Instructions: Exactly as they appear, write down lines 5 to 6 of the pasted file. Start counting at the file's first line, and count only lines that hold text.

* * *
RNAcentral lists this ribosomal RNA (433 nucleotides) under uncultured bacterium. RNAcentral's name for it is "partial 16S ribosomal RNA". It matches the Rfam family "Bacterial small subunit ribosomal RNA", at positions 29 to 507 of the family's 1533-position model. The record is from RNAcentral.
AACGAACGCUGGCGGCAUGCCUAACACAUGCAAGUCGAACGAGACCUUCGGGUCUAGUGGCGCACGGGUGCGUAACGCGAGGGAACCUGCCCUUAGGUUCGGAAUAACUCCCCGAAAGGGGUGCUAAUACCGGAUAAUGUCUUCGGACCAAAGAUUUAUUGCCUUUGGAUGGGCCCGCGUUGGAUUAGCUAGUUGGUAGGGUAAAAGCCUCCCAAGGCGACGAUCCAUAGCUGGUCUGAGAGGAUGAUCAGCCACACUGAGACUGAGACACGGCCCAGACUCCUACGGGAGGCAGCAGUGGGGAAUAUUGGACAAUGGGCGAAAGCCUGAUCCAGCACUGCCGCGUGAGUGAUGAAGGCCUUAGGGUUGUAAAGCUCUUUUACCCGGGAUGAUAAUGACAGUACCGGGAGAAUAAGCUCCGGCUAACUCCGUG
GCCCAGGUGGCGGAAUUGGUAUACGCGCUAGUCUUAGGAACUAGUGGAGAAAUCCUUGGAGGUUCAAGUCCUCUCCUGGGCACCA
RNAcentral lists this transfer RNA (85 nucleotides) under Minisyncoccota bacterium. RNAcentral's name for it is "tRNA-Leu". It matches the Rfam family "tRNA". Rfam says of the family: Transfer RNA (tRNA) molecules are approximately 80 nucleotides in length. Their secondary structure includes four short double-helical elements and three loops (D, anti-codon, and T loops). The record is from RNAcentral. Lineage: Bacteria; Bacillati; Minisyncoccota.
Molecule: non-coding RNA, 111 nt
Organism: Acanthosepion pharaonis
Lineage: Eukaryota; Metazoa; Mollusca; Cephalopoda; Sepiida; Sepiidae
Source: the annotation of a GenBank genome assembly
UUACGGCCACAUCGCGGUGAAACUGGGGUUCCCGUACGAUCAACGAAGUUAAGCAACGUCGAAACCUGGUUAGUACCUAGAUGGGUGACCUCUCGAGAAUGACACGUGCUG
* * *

Molecule: non-coding RNA, 111 nt
Organism: Acanthosepion pharaonis